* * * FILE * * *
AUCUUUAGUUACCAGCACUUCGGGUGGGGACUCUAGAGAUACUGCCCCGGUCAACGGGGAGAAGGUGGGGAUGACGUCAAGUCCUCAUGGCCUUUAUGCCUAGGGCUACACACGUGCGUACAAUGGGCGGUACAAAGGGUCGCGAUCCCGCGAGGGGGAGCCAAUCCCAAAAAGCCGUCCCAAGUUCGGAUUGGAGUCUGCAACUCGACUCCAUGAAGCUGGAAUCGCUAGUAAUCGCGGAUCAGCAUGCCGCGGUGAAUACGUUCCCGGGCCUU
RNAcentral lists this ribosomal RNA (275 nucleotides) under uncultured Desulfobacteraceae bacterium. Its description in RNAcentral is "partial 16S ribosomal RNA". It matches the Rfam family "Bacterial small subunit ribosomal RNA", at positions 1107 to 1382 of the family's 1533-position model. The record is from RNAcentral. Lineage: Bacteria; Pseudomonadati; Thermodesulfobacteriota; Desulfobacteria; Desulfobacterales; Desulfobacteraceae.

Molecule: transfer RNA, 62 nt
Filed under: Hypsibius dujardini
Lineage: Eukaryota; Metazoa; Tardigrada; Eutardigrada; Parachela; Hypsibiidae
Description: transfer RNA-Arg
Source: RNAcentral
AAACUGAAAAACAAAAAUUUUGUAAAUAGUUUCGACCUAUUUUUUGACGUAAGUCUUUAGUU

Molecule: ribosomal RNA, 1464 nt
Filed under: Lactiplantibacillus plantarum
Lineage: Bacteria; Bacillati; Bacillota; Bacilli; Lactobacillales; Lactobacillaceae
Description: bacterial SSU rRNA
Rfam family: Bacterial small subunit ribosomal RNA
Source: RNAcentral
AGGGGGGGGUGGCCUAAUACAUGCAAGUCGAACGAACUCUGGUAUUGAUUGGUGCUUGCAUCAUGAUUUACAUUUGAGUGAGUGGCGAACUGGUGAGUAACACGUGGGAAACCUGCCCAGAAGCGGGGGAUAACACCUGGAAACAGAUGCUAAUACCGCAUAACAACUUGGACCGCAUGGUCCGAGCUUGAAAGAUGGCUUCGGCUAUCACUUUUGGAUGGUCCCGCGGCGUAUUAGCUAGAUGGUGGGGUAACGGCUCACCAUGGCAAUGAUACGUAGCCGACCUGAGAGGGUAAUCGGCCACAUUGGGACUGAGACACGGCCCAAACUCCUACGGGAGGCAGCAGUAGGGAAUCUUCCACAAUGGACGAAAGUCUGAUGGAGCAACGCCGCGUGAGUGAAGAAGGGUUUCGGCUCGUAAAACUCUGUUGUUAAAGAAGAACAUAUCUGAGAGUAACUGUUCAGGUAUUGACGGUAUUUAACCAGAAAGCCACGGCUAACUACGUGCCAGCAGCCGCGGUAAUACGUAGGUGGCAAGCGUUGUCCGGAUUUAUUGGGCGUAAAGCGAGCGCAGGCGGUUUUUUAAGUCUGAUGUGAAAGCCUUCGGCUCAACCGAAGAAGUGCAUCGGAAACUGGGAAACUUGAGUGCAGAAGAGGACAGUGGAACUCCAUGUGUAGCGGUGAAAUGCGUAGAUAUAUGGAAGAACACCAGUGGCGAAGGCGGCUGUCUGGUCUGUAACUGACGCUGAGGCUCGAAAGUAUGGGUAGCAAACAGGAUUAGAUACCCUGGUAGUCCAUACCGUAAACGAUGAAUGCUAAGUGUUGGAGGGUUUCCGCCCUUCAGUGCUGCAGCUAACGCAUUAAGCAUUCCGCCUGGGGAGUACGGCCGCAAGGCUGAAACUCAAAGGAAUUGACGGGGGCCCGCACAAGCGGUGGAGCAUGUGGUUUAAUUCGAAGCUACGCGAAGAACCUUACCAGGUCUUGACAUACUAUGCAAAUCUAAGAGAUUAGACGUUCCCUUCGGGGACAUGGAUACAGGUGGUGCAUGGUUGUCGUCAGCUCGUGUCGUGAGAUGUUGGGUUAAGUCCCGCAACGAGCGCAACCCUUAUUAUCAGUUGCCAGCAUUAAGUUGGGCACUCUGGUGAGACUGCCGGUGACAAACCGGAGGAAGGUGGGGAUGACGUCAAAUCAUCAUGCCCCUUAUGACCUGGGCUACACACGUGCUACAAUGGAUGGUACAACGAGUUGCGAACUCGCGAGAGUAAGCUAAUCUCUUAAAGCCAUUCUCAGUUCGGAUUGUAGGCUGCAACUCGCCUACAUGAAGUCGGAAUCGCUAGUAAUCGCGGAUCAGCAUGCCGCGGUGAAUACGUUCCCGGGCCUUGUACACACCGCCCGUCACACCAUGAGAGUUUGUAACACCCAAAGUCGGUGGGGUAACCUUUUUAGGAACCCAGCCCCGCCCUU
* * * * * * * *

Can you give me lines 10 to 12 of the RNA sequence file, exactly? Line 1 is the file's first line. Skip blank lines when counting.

Filed under: Lactiplantibacillus plantarum
Lineage: Bacteria; Bacillati; Bacillota; Bacilli; Lactobacillales; Lactobacillaceae
Description: bacterial SSU rRNA